Public Assets Institute > Policy Areas > Family Economic Security > Measuring will help the state manage

Measuring will help the state manage

Recently released Census data are both a wake-up call and a gift for the Shumlin administration and the Legislature.

A wake-up call because the statistics show that middle-income Vermonters are earning less and more of them are slipping into poverty—evidence that things are moving in the wrong direction for Vermonters. Our political leaders need to turn this around through the priorities they set—starting with tax and budget policies—that will shape Vermont’s future.

A gift because the Census data provide the beginnings of a performance measurement system that Vermont desperately needs to rebuild.

Challenges for Change, last year’s efficiency improvement program, held out the promise of better, more effective government at less cost. The effort unraveled, however, when people realized the plan was simply a way to cut the budget. Another problem emerged, though, in the course of trying institute Challenges for Change: the budget cuts in recent years had diminished the state’s capacity to evaluate its own performance. In the effort to reduce the size of government, the state lost many of the data collection and analysis staff and, consequently, its capability to look at how well it serves Vermonters.

Until five years ago, we were assessing government effectiveness by measuring—and publicizing—how Vermonters were faring. In the early 1990s, then-Human Services Secretary Con Hogan came up with the novel idea of gauging the performance of the agency not by the size of its caseloads, but by the well-being of Vermont’s citizens. The agency starting tracking indicators like graduation rates and school drop-out rates, college and early education enrollments, teen pregnancies, drug and alcohol abuse, poverty, health care coverage, and much more.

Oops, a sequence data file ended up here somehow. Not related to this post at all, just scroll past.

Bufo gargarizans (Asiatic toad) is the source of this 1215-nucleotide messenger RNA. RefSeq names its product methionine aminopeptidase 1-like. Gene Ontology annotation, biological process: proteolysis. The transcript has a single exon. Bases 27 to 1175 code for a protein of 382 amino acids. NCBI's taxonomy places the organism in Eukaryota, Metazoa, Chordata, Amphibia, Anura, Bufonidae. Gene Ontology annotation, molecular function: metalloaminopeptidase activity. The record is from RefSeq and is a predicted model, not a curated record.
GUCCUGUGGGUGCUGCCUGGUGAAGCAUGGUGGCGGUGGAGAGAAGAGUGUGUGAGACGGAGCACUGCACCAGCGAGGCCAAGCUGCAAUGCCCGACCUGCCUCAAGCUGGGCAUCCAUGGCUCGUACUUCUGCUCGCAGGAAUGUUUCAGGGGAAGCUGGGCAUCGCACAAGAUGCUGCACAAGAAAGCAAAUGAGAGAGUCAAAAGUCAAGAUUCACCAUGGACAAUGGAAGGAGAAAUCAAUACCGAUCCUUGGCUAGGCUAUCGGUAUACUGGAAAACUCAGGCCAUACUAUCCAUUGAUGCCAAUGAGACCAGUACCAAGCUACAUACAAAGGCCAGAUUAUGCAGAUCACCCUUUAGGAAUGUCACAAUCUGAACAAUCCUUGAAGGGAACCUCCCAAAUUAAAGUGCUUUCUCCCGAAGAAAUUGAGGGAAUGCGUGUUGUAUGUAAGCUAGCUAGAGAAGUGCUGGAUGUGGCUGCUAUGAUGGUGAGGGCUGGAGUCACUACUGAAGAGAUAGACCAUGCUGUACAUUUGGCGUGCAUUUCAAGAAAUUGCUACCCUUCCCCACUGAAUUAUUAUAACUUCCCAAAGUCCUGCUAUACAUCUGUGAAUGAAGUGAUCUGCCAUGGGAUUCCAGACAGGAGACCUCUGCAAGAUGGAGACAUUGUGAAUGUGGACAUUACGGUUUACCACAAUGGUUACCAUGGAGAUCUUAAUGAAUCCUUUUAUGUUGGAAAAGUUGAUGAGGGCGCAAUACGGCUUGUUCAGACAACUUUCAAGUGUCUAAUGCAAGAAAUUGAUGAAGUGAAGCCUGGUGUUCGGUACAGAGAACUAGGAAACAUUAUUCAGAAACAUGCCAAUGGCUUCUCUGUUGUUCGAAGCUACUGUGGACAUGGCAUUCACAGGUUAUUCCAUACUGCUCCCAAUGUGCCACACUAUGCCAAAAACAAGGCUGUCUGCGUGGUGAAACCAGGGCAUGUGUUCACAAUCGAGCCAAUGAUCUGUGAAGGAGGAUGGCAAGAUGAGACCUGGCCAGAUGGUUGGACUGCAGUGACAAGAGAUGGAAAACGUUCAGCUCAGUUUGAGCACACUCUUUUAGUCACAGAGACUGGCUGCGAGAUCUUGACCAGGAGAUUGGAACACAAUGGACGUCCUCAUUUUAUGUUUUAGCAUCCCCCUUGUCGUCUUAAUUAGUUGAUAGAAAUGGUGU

The last Vermont Well-Being report was published in 2006. We need to resurrect that report and develop similar indicators for other agencies and departments of state government. The mission of the Department of Economic Development is “to enhance Vermonters’ quality of life through expanded economic opportunity.” So we all can see how well it’s fulfilling it mission, that department ought to develop quality-of-life measures that it can post on its website. One indicator might be real (inflation-adjusted) median household income, which is readily available from the U.S. Census Bureau.[1] Unfortunately, that would show less than a 4 percent increase over the entire 20 years from 1990 to 2010—hardly enough to enhance the typical Vermonter’s quality of life.

Governor Shumlin has vowed to rebuild Vermont’s middle class. Societies are healthier when economic prosperity is broadly shared, so the governor is focused on the right goal. And he has a big task ahead. Income inequality has been growing here. Vermont’s top 1 percent received about 6 percent of the state’s total income in the mid-1970s. By 2005, its share had tripled, to more than 19 percent, which left less for everybody else. Vermonters deserve to know how the governor plans to reverse this trend, and the governor’s website should provide data people can look at to judge his progress.